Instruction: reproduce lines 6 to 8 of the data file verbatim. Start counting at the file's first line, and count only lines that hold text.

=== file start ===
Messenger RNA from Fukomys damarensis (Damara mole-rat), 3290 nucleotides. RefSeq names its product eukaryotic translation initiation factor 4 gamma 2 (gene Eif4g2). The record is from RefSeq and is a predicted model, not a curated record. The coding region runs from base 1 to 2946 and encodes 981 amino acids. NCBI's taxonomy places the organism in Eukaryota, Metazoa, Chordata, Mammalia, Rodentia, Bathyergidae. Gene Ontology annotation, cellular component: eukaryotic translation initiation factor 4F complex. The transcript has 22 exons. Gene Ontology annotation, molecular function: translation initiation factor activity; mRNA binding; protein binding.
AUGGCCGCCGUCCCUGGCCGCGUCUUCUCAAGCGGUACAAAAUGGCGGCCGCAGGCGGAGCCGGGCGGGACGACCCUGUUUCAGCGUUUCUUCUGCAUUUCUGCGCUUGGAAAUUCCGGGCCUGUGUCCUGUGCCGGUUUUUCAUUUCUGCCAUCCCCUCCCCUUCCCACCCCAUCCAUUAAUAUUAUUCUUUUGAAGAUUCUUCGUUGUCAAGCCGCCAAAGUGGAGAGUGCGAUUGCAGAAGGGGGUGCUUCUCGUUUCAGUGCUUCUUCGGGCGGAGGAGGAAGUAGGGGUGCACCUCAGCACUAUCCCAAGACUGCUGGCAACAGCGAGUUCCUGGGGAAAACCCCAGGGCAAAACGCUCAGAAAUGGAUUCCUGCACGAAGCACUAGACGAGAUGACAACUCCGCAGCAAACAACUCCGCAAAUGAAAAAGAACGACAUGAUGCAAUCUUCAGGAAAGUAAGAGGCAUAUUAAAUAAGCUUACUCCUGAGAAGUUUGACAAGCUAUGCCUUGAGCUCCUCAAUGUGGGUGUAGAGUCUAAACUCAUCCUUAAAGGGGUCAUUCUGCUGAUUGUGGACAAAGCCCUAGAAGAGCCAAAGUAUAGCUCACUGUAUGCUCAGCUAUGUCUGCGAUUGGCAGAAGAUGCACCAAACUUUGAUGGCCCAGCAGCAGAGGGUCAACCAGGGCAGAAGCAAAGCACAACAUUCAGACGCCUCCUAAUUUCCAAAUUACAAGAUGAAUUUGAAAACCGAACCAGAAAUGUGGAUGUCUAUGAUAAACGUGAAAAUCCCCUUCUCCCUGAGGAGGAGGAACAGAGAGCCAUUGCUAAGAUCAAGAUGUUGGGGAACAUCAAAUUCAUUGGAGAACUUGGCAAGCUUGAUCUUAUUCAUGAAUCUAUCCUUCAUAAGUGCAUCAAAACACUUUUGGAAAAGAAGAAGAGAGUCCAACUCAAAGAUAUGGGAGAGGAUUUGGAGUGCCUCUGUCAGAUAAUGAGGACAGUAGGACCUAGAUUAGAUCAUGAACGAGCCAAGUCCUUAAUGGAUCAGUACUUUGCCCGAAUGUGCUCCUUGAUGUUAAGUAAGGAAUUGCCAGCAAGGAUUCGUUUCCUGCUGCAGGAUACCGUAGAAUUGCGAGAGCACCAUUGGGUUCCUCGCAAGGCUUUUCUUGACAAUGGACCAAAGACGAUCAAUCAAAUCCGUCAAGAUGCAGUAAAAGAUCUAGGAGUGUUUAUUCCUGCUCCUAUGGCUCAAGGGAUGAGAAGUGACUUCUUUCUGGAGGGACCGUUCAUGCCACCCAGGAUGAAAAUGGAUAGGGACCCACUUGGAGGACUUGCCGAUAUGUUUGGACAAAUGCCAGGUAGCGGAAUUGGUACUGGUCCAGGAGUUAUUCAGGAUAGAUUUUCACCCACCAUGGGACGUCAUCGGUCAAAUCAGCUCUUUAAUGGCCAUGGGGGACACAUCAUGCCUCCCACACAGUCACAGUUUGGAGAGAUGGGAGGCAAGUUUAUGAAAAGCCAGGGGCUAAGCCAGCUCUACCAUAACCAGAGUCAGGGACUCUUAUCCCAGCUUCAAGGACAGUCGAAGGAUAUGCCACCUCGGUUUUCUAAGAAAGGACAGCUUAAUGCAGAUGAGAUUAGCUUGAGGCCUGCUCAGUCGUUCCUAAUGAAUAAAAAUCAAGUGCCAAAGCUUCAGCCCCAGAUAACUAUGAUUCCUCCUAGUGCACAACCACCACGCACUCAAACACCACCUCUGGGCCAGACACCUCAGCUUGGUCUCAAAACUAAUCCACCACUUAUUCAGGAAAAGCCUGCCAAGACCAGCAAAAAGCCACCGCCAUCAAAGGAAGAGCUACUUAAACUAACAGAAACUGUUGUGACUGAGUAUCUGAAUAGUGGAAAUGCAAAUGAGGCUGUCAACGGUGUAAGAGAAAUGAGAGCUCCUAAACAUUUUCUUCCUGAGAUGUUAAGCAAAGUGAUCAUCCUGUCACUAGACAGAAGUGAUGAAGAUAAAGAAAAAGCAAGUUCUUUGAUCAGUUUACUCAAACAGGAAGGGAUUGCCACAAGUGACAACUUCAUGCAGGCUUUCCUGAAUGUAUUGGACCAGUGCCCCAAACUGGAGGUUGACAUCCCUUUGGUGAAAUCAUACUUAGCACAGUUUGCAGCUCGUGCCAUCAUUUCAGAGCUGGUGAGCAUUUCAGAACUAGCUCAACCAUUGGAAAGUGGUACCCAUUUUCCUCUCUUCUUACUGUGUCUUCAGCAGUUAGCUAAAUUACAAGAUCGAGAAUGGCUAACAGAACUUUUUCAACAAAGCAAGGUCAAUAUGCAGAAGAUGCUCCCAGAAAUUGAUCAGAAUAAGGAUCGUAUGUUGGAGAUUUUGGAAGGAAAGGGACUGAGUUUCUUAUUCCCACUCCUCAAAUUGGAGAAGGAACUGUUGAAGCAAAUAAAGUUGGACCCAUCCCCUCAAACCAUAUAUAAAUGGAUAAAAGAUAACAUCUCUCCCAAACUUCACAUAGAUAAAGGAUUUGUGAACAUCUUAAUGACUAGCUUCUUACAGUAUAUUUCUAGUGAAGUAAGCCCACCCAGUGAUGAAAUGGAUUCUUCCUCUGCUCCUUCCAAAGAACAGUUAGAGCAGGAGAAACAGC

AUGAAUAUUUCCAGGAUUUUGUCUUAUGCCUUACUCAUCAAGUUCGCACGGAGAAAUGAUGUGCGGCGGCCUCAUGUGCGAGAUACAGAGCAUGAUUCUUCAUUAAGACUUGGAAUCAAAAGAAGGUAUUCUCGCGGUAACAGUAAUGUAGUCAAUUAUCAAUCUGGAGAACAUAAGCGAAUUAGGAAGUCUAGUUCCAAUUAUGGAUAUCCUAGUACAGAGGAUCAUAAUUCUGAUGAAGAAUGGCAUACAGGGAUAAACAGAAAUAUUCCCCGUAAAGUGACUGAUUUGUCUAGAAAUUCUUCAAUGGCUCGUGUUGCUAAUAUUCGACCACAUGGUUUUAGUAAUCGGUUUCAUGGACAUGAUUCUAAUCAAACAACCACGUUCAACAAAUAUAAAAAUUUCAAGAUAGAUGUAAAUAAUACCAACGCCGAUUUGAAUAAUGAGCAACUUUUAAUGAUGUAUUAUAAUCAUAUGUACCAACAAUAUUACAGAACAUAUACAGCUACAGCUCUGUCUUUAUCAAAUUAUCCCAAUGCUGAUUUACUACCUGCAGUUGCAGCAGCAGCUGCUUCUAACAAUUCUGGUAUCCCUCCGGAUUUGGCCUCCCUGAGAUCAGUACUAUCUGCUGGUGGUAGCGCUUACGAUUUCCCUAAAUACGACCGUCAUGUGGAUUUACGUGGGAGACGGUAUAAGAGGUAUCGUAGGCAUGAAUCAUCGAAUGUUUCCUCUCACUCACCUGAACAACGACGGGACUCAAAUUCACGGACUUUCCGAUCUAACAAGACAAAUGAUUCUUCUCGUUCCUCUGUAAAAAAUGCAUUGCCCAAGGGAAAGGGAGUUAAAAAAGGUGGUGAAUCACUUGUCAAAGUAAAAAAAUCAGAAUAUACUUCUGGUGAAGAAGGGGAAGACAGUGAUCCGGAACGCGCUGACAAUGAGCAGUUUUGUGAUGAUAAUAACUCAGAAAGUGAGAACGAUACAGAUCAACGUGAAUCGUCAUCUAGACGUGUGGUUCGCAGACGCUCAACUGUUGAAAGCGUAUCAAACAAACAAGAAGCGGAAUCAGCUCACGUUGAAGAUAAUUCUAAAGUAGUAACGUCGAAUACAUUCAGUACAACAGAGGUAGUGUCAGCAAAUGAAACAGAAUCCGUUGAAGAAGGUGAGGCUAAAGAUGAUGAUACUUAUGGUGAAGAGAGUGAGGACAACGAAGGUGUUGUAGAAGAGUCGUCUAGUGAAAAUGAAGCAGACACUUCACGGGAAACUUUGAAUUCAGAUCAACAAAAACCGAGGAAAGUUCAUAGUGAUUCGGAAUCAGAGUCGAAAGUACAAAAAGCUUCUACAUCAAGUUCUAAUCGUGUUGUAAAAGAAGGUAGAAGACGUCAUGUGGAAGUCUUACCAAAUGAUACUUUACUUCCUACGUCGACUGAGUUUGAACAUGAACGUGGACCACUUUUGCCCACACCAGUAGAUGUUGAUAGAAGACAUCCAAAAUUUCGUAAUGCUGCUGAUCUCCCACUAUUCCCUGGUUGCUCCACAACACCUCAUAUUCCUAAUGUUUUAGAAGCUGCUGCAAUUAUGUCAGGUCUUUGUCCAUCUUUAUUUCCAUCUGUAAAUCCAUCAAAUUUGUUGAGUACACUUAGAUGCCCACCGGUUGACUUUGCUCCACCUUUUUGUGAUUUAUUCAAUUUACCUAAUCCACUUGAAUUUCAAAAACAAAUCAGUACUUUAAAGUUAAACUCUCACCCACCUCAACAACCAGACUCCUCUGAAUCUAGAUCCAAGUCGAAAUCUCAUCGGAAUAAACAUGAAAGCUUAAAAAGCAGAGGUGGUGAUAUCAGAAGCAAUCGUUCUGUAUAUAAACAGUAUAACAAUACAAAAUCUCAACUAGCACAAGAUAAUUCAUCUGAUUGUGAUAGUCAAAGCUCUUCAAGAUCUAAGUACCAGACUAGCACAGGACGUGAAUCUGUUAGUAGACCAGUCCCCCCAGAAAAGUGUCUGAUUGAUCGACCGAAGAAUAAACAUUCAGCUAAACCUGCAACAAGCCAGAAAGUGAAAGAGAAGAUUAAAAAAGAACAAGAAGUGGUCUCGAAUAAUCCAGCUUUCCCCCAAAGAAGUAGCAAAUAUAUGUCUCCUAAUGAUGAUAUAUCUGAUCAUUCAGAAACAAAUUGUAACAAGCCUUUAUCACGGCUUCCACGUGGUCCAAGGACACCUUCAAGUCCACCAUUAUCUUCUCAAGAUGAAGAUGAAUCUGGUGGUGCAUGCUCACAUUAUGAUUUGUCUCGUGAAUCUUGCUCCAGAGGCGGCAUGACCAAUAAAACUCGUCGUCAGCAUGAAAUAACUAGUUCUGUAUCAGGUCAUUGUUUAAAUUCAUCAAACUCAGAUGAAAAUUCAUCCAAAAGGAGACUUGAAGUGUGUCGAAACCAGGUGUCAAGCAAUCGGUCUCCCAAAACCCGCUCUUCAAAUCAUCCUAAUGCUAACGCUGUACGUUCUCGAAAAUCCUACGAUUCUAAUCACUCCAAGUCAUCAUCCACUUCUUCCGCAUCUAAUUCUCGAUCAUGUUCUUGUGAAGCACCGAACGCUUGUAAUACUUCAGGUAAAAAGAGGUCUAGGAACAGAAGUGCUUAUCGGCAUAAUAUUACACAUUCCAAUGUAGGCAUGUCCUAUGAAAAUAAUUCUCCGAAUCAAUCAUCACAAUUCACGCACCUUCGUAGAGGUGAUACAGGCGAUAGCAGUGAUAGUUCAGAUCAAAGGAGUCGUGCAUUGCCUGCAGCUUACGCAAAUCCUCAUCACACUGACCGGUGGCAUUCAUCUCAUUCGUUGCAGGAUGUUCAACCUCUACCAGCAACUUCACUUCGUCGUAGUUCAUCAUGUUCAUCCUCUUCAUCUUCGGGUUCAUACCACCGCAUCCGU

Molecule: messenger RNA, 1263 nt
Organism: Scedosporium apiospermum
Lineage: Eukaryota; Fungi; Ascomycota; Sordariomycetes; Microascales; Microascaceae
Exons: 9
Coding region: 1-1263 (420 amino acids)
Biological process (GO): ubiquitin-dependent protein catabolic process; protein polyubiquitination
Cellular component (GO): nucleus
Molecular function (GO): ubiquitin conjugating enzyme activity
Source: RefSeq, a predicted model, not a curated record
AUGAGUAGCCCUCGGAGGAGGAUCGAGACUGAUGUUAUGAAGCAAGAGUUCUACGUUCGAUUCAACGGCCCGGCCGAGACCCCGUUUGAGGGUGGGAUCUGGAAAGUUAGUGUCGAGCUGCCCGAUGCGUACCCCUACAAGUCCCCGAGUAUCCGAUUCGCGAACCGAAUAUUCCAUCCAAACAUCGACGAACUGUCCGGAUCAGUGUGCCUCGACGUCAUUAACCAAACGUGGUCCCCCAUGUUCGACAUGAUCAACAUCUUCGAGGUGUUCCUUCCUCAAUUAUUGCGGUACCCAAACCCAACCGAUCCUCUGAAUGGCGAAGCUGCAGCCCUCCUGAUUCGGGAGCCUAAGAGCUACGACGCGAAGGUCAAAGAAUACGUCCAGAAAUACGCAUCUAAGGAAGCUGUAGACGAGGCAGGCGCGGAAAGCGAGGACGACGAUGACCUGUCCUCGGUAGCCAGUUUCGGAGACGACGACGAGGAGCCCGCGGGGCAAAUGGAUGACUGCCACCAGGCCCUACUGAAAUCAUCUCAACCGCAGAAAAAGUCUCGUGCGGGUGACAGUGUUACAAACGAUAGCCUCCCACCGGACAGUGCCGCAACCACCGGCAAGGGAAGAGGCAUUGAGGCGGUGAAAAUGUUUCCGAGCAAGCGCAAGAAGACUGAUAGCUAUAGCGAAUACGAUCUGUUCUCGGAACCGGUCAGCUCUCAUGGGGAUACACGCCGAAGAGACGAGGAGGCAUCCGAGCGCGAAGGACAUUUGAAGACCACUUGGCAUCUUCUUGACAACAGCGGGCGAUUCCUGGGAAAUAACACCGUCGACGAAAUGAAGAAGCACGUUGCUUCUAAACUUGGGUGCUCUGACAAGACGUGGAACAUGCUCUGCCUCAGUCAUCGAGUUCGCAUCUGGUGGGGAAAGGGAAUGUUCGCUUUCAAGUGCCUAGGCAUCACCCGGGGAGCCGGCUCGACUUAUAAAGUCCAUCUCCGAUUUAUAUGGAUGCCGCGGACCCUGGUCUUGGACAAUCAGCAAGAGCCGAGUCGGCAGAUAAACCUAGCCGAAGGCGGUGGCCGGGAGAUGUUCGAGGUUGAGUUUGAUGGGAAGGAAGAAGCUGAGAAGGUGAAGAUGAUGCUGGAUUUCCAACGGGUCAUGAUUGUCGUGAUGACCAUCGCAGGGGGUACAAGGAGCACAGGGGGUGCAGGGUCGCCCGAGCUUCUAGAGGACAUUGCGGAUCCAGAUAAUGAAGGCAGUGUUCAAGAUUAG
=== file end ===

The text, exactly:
Lineage: Eukaryota; Fungi; Ascomycota; Sordariomycetes; Microascales; Microascaceae
Exons: 9
Coding region: 1-1263 (420 amino acids)